Employers do not offer severance pay out of the kindness of their heart for an employee that is let go. A company that decides to give a parting employee severance does it to protect their interests.
Not all companies offer severance pay and it isn’t a requirement in most instances. Yet, a growing number of businesses are putting packages together for employees that are let go. What is severance pay and why are a growing number of employers choosing to offer it?
What is severance pay?
Severance pay is sometimes given to an employee that is let go from a company. Although not a requirement in most instances, a company might sometimes choose to give a person an amount of money and benefits when laying off an employee. A person that is also terminated might get severance in some instances. Providing severance is just an agreement between an employer and employee.
Severance pay is often based on a metric, such as a number of week’s pay for the time an employee worked for a company. For example, someone that spent 5 years with an employer might be offered five weeks of severance pay when they are let go. One week of pay for every year working.
Although most employers claim severance pay is provided to a departing employee to help someone that will be jobless, this is only further from the truth.
Why would an employer offer severance pay?
Most employers would like an employee that is let go from their job to believe that severance pay is given due to the kindness of their heart. This is never the case. Most companies do not truly care about how a job loss might hurt someone financially or emotionally. Employers are in the business to make money and they do not hand out severance pay to be nice.
Severance pay is offered in exchange for an agreement.
Most of the time a severance package is offered to an employee as part of an agreement. This agreement could include releasing an employer from any future lawsuits and to avoid potential negative publicity from an outgoing employee. At the core a severance agreement is a form of bribery to someone that is dismissed from an employer. An employer will provide a monetary and possible benefit package in exchange for silencing a departing employee.
Although there are some state laws that might either allow or not permit certain things in severance packages, there isn’t much that can be done with a lot of what is written into them. Severance pay is an agreement. If you agree to it, you are consenting to an exchange for something and this is almost always silence in signing a release form. Therefore, companies like to offer severance.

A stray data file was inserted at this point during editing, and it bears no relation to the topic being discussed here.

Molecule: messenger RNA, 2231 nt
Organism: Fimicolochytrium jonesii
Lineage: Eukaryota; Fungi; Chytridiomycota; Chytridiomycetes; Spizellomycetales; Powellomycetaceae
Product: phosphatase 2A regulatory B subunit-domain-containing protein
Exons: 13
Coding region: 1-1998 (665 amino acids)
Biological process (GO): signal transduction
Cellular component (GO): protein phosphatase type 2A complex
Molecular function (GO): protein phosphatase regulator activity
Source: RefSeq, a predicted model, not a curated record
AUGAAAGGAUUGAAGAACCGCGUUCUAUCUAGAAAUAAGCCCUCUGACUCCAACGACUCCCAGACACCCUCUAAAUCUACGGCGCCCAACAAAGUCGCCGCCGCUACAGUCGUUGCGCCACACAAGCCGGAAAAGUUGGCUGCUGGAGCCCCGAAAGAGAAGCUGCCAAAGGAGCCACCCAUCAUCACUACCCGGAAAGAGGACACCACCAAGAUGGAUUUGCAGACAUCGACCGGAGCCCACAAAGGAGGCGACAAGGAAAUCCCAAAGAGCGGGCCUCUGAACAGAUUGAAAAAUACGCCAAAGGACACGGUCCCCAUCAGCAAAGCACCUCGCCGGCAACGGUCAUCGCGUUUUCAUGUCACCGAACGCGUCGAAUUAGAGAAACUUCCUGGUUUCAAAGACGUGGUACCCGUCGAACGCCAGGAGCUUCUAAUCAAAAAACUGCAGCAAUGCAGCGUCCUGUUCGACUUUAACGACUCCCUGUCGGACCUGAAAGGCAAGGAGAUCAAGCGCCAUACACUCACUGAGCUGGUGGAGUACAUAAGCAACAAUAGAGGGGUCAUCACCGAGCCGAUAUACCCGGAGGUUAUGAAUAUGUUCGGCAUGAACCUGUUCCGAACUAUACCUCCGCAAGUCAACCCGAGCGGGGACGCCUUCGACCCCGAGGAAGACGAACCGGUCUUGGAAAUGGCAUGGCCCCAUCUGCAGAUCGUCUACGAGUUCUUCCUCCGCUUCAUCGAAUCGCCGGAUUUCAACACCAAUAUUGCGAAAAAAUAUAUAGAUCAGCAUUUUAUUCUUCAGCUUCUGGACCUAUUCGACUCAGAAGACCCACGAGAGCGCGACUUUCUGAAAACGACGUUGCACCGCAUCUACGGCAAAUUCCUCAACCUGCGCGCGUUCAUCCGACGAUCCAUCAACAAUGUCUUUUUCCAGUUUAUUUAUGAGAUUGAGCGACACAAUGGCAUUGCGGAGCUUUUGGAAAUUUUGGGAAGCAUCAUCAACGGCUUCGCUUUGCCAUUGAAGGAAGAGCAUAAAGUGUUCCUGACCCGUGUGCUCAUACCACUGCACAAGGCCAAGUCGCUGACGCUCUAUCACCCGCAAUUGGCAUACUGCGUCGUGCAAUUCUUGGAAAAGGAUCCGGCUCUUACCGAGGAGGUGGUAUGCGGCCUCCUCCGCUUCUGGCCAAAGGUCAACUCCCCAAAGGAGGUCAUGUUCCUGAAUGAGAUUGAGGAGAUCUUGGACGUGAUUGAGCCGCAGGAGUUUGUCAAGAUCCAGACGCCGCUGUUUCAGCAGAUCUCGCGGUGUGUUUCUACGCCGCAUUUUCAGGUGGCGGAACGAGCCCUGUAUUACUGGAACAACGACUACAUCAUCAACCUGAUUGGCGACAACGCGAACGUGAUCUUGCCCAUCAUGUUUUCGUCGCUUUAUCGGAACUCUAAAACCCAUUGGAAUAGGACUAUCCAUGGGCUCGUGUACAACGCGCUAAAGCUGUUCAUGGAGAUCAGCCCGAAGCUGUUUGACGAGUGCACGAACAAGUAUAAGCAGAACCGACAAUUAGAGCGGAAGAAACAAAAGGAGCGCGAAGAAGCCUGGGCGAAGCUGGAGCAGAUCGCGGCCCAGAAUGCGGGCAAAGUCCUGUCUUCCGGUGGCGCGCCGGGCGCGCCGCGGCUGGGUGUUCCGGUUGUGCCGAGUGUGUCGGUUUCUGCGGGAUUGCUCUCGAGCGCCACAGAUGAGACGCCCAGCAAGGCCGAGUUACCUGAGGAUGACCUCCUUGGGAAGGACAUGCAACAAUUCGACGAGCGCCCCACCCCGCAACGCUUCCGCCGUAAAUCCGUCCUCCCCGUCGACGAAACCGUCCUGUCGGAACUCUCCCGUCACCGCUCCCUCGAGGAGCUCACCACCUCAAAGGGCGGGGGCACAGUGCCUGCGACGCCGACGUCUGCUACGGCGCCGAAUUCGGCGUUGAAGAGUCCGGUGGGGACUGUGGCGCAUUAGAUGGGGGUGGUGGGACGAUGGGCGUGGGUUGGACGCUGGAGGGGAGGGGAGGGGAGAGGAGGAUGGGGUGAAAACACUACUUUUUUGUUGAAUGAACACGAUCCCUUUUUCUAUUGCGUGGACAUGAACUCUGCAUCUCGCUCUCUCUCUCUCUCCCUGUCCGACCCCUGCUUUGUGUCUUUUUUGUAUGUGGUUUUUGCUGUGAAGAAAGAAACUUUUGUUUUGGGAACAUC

According to a study by Lee Hecht Harrison on employer severance pay, 92% of the respondents stated they require a release from former employees in exchange for severance. Over 90% of the time when a severance package is offered an employee must sign a release.
Employers know most people won’t refuse to sign a release.
There isn’t anything that says you must sign a release in exchange for a severance package an employer might offer. However, most people that get let go from their job are not going to argue with getting some money since they would now be unemployed. Moreover, most average workers do not have much in emergency savings for something like a job loss. Employers know this.
Employers know most people let go from a job need money. This is why it is common for them to offer monetary benefits in exchange for a release from future lawsuits. A severance agreement could include waiving the right to sue in the future for discrimination, unpaid wages, or wrongful termination.
Although most companies like to behave as though they are helping a departing employee with severance pay, the truth is it is almost always only out of self-interest to avoid future litigation.
What can you expect if you are laid off and offered a severance package?
First, you can likely expect an employer or Human Resource representative to act as though they have sympathy for you now being unemployed. Although this might rarely be the case, the real motivation for an employer is to set you at ease and keep you calm. They want you to be relaxed in order to persuade you to sign their release agreement.